Testimony of Ambassador Ron Kirk
United States Trade Representative
Thursday, May 12, 2011
House Agriculture Committee
*As Prepared for Delivery*
“Chairman Lucas, Congressman Peterson and Members of the Committee, thank you for inviting me to discuss the importance of agricultural exports in the Administration’s broad trade agenda.
“In fiscal year 2010, exports of U.S. farm products continued to increase for our farming sector, reaching a total of nearly $109 billion, a 13 percent increase over 2009. Equally impressive was the fact that we had a trade surplus in our agricultural trade of almost $34 billion last year. And this growth in American food and agricultural exports has helped put the United States on a path to reach the President’s goal of doubling American exports by the end of 2014.
“Continued growth in agricultural exports depends upon accessing new markets for America’s farmers and ranchers and ensuring their continued access to existing markets. Given a level-playing field, our agricultural producers can out-compete those from any other country. We are the most efficient and productive producers in the world.
“To open markets for our agricultural exporters and to keep them open, the Obama Administration has pursued a two-pronged approach that balances negotiating new market access with enforcing Americans’ rights in the global trading system.
“Today, the pending agreements with South Korea, Panama, and Colombia are at the forefront of our efforts to open new markets. Last week, we started technical discussions with Congress on those agreements, which are part of a broad trade agenda that also includes the reauthorization of a robust Trade Adjustment Assistance program, renewal of the expired trade preference programs, and pursuing Permanent Normal Trade Relations (PNTR) for Russia as it joins the WTO.
“The U.S.-South Korea trade agreement will provide America’s farmers, ranchers, food processors, workers and the businesses they support with improved access to South Korea’s $1 trillion economy and 49 million consumers. Selling more Grown in America products in South Korea will support more U.S. jobs on our own farms and ranches, and in our processing plants and shipping centers.
“Upon entry into force, the U.S.-South Korea trade agreement eliminates tariffs on two-thirds of American agricultural exports immediately, including fruits, nuts, vegetables, and soybeans. Separately, we have announced that once this agreement is in force, we will request consultations with South Korea under the 2008 beef protocol to discuss the full application of that agreement. President Obama and I are committed to working with you, to further open beef access across Asian markets consistent with international guidelines.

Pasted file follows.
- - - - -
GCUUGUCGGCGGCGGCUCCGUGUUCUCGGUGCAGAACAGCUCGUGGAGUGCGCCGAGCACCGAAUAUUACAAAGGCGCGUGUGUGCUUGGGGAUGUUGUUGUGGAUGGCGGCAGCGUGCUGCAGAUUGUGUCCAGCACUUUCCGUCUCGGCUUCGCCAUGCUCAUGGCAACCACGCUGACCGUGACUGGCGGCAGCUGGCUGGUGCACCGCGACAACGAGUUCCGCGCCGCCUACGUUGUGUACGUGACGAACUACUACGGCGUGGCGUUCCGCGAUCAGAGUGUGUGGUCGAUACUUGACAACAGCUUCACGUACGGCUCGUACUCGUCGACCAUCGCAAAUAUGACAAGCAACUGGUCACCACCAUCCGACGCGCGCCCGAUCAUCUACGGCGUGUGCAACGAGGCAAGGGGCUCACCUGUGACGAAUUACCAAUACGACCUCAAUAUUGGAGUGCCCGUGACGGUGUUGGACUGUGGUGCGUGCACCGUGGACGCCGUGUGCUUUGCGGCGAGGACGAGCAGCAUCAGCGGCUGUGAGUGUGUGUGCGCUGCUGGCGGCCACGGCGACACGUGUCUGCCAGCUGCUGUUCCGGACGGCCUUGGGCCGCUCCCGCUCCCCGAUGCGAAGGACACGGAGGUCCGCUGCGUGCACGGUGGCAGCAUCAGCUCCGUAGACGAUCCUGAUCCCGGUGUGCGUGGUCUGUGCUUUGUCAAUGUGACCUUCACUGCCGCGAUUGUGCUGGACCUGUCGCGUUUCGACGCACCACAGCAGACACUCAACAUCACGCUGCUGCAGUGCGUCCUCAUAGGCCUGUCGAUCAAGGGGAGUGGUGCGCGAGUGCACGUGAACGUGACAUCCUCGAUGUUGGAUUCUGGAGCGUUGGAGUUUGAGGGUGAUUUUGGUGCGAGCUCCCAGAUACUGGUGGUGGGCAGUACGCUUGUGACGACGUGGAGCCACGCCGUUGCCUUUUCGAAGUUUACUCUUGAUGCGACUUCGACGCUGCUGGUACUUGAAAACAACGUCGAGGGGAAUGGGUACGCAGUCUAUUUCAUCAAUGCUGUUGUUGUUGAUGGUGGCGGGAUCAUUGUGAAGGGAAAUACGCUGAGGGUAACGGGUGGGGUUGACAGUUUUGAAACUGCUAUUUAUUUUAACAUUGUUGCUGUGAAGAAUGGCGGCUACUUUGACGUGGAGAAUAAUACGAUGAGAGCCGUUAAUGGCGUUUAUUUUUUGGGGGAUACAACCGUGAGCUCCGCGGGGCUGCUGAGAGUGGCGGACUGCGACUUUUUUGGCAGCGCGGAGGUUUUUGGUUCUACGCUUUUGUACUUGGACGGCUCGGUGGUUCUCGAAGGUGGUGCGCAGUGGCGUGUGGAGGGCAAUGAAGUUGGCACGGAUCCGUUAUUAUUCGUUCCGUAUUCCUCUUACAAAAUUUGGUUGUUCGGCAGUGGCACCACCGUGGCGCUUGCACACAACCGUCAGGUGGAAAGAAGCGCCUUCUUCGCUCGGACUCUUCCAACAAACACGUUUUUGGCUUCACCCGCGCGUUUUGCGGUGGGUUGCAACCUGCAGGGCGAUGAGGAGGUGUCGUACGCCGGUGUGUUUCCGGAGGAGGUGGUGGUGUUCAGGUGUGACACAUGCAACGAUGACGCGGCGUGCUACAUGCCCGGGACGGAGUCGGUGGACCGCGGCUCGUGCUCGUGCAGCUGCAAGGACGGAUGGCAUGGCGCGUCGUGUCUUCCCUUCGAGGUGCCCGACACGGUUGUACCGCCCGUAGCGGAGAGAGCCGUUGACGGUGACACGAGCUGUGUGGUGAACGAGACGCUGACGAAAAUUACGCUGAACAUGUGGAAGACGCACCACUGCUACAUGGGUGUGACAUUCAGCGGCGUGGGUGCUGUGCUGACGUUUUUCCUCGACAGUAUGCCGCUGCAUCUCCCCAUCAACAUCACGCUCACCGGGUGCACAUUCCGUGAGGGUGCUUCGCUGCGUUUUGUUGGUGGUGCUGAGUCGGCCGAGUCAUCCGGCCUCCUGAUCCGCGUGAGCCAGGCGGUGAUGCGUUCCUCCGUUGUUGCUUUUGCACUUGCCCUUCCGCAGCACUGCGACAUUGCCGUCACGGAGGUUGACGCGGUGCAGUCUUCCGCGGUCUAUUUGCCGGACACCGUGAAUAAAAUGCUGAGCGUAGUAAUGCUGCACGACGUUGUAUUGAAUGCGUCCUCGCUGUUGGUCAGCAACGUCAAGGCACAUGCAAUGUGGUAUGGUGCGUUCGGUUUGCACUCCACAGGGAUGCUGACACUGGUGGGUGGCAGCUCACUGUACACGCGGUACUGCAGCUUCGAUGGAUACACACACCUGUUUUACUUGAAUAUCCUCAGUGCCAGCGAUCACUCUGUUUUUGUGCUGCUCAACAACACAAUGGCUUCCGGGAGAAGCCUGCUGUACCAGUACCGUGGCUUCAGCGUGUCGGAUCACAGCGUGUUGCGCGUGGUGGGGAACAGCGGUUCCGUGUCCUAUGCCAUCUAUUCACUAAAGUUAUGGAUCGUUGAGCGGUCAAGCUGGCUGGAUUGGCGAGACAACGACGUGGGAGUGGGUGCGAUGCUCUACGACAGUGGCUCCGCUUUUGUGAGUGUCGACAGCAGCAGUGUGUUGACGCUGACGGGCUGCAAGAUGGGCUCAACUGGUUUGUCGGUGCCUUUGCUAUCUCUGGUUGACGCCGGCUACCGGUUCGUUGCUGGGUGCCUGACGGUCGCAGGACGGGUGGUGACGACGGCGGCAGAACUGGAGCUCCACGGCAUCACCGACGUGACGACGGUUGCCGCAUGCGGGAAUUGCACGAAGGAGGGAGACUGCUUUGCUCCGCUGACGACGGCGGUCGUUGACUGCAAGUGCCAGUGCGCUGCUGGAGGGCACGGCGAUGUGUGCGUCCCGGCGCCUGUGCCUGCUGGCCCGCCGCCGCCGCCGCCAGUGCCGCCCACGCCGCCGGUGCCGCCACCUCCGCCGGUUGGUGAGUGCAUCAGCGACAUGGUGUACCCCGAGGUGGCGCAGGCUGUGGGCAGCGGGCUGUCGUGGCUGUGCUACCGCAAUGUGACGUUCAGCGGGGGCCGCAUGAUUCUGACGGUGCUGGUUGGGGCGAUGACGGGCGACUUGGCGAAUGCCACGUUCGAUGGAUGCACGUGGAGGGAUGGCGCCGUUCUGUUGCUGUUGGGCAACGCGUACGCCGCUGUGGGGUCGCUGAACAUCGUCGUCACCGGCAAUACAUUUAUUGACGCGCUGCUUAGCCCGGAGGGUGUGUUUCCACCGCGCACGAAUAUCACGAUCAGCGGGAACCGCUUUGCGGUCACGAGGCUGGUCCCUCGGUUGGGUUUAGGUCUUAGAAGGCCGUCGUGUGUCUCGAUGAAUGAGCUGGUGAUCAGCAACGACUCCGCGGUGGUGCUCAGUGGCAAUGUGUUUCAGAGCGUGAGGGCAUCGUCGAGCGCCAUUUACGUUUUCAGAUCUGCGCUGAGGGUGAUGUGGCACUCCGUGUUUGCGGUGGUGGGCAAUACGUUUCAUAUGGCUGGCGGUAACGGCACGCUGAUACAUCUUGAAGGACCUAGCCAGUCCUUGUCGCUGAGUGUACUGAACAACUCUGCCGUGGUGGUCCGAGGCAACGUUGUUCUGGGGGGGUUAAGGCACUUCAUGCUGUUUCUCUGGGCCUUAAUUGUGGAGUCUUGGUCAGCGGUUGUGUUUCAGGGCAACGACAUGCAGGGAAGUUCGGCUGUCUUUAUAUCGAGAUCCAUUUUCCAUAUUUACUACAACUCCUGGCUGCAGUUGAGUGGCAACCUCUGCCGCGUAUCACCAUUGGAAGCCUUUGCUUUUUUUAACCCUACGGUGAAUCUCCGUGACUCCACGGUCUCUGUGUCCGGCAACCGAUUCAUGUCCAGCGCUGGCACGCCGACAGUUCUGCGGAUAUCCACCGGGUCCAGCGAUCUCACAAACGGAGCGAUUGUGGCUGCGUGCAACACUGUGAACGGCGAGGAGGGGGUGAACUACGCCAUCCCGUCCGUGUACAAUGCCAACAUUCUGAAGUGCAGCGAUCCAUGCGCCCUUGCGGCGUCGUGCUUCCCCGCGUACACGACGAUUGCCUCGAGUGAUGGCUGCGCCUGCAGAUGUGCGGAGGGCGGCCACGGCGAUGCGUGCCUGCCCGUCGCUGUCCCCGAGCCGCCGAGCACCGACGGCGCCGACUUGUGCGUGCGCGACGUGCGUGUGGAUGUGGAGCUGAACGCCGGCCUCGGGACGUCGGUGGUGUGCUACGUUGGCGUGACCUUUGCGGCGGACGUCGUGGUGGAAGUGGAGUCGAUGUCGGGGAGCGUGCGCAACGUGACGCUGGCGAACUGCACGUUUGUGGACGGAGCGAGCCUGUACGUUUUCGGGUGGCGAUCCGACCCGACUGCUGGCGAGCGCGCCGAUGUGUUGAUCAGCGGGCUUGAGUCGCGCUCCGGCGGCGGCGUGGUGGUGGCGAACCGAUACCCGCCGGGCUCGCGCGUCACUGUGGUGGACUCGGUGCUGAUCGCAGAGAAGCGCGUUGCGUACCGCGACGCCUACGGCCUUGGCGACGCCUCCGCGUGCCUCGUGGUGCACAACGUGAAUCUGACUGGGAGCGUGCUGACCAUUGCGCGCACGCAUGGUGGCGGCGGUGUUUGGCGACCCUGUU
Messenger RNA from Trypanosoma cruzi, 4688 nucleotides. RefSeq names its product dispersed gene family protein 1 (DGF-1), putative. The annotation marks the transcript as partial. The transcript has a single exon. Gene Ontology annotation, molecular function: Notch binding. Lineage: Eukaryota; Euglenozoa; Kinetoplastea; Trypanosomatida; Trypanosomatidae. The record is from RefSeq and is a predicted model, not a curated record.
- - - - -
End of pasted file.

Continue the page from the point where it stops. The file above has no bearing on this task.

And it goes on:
“U.S. agricultural exporters will also gain from the Panama agreement. More than half of current U.S. farm exports to Panama will become duty-free immediately. Other products will gain duty-free access with out-of-quota tariffs reduced over time.
“Many American agricultural commodities will also benefit from the Colombia agreement, as more than half of current U.S. farm exports to Colombia will become duty free immediately. Virtually all remaining tariffs will be eliminated within 15 years. Overall, the International Trade Commission has estimated that the agreement would expand exports of U.S. goods to Colombia by more than $1 billion, and increase U.S. GDP by $2.5 billion.
“As we work with you toward approval of these agreements, the Obama Administration is advancing American agriculture interests in other trade talks.
“We are pursuing a regional Trans-Pacific Partnership agreement that will expand U.S. exports to the dynamic markets in the Asia-Pacific region. It will also include a sanitary and phytosanitary chapter to ensure science-based, transparent regulations in each partner country.
“Together with other WTO members, the United States is currently pursuing a sober and realistic evaluation of the Doha Round. The Doha negotiations are confronting a difficult moment. We are committed to a balanced and ambitious Doha outcome, and we will work with willing partners to find solutions.
“Aside from ongoing negotiations, American farmers and ranchers now have greater access to world markets because the Obama Administration is holding trading partners to their existing obligations. USTR continues to work with governments around the world to remove unwarranted SPS rules.
“Improving market access to Russia is also important for U.S. agriculture, including through Russia’s accession to the WTO. Having Russia subject to the same rules as others in the WTO puts meaningful enforcement tools in our hands.
“In closing, I want to assure you that our focus at USTR is always greater prosperity for American agriculture, and for the entire American economy. We stand ready, as always, to work with you and other stakeholders in pursuit of this goal.”